Noi6 means "the 6 of us" in Romanian.

We are five, you are the sixth one.

We thank you for joining us in our trip around the world...

Saturday, December 17, 2011

Thank you Emma!

Your donation helped fund my birthday present… which is quite possibly more wonderful than even a laptop. Especially when buying it. I've never enjoyed shopping, but this was enjoyable.

Mom and I have wanted to buy a sari (or saree, depending on your preferences) in India since… forever. So on December 13th, our second full day in Delhi, we went shopping, leaving late and coming back much later.

After taking a bus and a metro and walking a while trying to figure out the map and make mom stop and wait for us, a nice man stopped and helped us out, advising us to take a tuk-tuk for ten rupees down to the shopping centre.

We arrived at Nirula Handicrafts Bazar House of Cottage Arts, directly into what looked like a storage room for fabrics. It had wooden floors and wooden walls, and shelves and cubbies up to the 12 foot high ceiling.

A man came up to us and asked us if we'd like to see the carpets, so he took us to a doorway to the right and led us into a storage room which must have had… a thousand carpets? All stacked into large cubbies. We looked around a bit, then went back into the fabric 'storage room,' and then went to see the jewelry. It was very pretty, but not for us. (Eventually we bought some jewelry— 3 pierce-less nose rings for 1000 rupees, $20)

A woman in a black sari with purple embroidery came and asked us what we'd like to buy. Since we'd discussed this before, I said a 'punjabi,' which is basically a long shirt over leggings. She took us to the decorative ones, before Mom explained we were looking for something practical.

After looking through about three dozen tops, we each found a punjabi that we liked, selected the leggings, and dragged Dad over to pay. (Dad and Ioan probably saw every corner of that store in the time we were there.)

After Dad had paid, the saleswoman asked Mom what she would like, and Mom smiled shyly yet excitedly at the same time. "I would like a sari." She says.

All my spirits plummeted. We'd already paid for the punjabi. I needed a sari (I need to buy very few things. About 80% are necessary for my continued happy existence.  The other 20% I only really want. This was in the 80% category.)

After wheedling and drawing the 'fun-donation' card (We only received SOOOO much money! You can spend this for my birthday present! I only turn seventeen once!), Dad and Mom relented and I started looking for a sari.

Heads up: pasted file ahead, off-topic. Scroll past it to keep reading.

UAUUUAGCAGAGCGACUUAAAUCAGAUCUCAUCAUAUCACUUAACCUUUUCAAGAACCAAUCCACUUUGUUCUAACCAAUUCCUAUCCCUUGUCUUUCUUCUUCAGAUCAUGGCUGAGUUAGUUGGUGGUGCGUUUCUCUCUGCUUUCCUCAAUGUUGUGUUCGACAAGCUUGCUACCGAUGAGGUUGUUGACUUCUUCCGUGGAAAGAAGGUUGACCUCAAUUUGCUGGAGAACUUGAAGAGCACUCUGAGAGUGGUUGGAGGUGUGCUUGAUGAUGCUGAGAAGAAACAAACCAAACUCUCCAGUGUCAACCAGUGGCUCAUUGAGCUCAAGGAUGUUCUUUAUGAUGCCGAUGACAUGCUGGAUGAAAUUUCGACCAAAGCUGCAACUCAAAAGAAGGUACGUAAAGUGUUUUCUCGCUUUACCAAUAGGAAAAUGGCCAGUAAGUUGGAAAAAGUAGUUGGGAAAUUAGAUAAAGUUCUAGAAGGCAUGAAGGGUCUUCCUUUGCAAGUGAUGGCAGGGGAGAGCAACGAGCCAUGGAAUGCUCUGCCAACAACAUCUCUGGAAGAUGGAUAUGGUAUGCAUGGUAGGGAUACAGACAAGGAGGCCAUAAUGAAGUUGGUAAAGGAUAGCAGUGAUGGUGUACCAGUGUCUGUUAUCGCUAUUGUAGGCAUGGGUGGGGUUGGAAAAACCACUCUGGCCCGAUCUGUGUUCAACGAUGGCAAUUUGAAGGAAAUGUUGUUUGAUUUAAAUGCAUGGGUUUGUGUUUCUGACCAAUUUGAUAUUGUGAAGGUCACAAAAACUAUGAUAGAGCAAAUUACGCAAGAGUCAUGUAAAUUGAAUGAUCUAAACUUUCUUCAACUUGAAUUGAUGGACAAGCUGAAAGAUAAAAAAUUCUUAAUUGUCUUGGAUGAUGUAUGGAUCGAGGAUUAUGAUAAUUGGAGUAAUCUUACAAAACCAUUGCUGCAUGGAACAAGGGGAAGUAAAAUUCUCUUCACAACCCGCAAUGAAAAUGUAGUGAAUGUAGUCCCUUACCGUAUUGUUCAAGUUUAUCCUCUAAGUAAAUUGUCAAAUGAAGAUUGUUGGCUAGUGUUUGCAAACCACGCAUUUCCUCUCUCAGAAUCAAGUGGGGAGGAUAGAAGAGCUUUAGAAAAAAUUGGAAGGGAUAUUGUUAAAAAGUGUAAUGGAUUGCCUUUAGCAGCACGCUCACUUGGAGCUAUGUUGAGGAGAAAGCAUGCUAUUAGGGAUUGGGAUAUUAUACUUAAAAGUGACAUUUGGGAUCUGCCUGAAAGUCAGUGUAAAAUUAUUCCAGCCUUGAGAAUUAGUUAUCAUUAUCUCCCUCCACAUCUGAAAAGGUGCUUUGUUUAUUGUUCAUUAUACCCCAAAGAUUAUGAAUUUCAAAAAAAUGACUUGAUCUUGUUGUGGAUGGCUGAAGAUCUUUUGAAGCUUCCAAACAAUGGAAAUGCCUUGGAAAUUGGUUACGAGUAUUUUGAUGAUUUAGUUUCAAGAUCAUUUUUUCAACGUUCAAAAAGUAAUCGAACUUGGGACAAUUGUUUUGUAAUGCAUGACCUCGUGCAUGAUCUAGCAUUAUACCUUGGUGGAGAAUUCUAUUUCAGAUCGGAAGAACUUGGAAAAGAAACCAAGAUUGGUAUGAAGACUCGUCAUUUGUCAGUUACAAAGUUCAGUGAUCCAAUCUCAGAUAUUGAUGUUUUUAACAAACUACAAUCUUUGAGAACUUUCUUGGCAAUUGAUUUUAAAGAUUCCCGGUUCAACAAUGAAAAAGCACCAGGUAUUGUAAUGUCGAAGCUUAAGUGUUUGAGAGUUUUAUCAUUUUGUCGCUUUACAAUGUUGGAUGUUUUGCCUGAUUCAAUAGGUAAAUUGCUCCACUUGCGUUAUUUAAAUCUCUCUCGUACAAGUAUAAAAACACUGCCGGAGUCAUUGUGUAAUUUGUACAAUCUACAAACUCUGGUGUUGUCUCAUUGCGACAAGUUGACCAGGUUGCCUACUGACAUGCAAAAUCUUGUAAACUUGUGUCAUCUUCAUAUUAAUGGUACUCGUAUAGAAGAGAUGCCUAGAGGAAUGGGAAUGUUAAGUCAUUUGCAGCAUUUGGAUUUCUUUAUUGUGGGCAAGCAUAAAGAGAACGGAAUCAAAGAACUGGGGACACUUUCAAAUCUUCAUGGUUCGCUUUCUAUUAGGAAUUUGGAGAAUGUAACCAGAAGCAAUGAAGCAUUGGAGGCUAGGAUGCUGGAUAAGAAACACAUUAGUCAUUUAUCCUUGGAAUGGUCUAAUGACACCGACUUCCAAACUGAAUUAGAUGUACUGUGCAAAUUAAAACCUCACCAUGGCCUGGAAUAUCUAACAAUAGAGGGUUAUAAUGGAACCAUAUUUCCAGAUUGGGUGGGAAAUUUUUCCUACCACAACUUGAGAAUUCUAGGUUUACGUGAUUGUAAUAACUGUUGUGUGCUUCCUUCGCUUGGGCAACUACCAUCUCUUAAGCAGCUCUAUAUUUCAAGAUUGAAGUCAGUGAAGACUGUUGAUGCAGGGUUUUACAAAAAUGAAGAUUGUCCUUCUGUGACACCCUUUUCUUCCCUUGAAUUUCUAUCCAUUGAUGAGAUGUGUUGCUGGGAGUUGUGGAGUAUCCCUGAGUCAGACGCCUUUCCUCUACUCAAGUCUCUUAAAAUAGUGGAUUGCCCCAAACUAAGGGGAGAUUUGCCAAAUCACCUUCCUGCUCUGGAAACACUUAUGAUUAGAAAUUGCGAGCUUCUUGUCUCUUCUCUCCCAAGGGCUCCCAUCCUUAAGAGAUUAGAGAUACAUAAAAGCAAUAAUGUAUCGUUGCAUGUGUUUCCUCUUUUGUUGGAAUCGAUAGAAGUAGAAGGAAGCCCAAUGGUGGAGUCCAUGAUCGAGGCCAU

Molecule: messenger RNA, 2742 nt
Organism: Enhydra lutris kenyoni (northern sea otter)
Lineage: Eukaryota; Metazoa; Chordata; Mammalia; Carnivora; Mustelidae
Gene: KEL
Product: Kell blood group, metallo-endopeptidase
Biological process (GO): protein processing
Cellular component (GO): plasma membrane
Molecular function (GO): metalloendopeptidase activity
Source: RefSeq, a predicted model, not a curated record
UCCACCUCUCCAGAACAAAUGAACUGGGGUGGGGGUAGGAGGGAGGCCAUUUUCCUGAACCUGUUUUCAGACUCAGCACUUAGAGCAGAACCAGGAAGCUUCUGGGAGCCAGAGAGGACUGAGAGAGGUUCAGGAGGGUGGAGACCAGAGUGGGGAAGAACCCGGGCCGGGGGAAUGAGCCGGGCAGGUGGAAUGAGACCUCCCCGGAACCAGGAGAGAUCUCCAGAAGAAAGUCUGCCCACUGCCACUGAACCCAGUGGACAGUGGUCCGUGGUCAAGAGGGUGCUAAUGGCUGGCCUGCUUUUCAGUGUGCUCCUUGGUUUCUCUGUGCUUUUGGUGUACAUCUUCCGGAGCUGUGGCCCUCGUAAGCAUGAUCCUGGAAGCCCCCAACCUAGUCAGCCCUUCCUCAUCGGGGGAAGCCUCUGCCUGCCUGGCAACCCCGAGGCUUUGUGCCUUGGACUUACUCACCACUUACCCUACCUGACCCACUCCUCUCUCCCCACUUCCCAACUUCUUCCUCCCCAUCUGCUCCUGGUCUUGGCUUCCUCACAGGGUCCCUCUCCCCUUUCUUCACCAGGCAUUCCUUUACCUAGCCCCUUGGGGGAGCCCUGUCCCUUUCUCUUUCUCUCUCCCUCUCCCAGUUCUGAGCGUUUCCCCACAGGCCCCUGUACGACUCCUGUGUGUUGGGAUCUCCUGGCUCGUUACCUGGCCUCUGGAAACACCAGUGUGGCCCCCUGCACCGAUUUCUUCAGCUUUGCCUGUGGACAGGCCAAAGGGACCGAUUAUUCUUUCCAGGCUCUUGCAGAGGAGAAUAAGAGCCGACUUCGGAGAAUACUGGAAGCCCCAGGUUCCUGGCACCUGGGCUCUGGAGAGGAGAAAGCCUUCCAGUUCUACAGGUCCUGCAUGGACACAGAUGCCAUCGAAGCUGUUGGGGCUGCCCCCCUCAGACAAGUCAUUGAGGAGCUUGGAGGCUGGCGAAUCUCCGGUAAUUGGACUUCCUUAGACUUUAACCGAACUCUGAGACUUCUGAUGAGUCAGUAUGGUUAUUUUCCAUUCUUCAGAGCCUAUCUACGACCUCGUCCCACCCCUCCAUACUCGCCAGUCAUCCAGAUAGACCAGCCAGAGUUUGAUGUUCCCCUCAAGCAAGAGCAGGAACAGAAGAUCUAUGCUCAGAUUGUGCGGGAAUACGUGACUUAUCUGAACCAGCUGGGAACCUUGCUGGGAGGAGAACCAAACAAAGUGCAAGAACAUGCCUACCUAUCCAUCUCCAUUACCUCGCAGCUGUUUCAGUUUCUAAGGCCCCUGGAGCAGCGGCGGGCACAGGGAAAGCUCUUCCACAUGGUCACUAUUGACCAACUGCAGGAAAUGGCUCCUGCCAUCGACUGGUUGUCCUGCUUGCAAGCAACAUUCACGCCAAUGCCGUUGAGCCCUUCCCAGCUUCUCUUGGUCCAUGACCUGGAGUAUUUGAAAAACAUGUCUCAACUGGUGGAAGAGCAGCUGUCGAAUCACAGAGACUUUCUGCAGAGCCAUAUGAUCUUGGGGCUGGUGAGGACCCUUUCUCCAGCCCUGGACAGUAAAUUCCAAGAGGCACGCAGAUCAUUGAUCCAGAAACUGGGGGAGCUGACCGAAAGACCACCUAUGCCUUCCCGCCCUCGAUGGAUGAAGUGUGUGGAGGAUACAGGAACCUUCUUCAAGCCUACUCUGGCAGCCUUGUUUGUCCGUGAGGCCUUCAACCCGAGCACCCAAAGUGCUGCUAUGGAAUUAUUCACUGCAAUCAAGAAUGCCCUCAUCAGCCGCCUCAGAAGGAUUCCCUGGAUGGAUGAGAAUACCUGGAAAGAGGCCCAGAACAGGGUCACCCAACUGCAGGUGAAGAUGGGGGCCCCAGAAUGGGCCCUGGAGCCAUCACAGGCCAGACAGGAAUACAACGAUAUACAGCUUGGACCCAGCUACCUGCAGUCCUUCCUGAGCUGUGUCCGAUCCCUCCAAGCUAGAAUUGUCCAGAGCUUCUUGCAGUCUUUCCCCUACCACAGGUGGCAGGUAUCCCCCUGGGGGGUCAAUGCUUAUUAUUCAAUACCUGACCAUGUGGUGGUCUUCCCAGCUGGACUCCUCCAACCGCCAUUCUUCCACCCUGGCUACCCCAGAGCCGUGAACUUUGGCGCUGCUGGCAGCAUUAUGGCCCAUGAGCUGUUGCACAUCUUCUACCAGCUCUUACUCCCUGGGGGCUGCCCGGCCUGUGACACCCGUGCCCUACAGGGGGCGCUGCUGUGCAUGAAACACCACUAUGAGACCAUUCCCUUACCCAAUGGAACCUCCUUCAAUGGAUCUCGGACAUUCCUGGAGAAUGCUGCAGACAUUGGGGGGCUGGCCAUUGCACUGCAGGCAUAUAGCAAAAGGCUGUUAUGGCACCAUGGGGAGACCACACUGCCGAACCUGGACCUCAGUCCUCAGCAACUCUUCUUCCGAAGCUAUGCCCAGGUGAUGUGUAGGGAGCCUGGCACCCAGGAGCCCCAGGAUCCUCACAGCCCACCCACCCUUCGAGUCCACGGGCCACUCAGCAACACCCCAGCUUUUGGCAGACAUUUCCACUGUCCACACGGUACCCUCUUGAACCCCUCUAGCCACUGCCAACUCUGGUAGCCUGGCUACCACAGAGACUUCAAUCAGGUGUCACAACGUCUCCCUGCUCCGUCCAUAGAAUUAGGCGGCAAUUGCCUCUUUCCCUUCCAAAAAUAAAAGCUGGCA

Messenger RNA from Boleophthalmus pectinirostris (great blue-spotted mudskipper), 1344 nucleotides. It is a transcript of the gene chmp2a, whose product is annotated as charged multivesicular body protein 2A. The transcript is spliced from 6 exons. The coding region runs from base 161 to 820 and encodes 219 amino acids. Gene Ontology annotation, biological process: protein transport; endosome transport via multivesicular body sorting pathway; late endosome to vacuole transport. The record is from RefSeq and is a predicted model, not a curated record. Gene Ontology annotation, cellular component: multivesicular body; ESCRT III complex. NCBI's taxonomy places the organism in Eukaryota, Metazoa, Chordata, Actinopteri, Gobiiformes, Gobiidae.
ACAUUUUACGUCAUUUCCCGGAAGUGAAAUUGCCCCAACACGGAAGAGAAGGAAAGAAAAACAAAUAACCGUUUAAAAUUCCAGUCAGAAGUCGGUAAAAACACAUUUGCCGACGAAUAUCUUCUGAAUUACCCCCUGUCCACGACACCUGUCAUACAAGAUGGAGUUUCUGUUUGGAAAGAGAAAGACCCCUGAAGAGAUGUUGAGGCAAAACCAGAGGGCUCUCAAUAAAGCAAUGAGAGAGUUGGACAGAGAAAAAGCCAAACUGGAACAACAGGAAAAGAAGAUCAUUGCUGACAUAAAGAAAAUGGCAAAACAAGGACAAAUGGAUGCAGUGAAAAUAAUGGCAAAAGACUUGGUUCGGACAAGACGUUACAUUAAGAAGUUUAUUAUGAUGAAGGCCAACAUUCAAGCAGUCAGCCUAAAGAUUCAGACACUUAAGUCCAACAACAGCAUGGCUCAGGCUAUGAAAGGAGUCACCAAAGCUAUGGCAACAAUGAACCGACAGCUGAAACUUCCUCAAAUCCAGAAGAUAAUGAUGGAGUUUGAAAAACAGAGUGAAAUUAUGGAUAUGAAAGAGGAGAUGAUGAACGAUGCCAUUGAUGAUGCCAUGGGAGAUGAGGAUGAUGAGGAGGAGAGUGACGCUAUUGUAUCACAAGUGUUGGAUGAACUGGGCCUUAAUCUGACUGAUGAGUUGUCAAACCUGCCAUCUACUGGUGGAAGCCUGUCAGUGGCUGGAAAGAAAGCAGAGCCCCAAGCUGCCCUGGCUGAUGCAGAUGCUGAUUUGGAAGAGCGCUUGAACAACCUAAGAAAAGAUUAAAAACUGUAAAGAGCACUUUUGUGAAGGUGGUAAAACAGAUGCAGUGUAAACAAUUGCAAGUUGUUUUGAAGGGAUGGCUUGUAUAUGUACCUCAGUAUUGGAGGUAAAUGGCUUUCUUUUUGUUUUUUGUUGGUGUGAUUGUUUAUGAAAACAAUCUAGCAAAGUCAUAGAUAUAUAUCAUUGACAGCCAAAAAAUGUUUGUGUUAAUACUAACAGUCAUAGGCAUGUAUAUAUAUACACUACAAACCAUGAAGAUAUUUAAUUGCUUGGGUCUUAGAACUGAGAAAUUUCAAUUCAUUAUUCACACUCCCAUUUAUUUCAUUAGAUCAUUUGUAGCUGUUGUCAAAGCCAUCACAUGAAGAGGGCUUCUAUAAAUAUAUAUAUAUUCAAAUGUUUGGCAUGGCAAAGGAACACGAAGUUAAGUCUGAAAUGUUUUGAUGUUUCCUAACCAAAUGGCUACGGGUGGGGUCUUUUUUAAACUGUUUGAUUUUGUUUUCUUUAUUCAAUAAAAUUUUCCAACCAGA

The fabric storage room actually stores hundreds of saris and punjabis, all in clear plastic bags about the size of a MacBook Pro, only a bit wider and less long. There are about 20-25 saris stacked one on top of the other, and about three stacks per cubby. There are about eight or ten cubbies, and the saleswoman tells us that there are many grades of quality, and that it's best to buy one grade above the 'cheapest,' because it lasts much longer but is only a little more expensive. We nod understandingly.

She asks me which colors I like (Mom has already selected hers— a two-tone pink and orange with silver embroidery), and then starts pulling saris out.

She takes them out of the bag to show us the workmanship, the design, everything.

A sari is about 5.5m long. These saris also have the blouse's material woven on with them— once you buy the sari, you can cut off this material and make the blouse that you'll wear under the sari. Optionally, you can have the store make the blouse for you. In total, the material we're looking at is about 6m long and 1m wide, embroidered with flowers on the visible parts (the part that goes over your shoulder, for one).

After looking through a variety of aqua greens and emeralds (I like blue-green. A lot.), I decide on one that has gold weaving at the ends. It's mostly aqua green, and has small flowers embroidered on it.

After getting fitted for our blouses, and ordering a petticoat as well (this has a string which the sari is tucked into. When not using a petticoat, one can use a shoelace. Both are very comfortable.), we drag Dad over to pay.

The saris are due to be delivered the next day, and while visiting more Delhi sights (the red fort), we try to head home before 7pm, when the saris are due to come.

It's 8:30pm when they do come, but Mom and I rush off to try them on while Ioan and Dad rush off to buy some food.

As my sari is starched, it doesn't hang down quite right in the middle— this will be remedied when we wash it. By hand. I'm not sure where it will hang up to dry… or where we'll wash it, but so far I love it. A lot.

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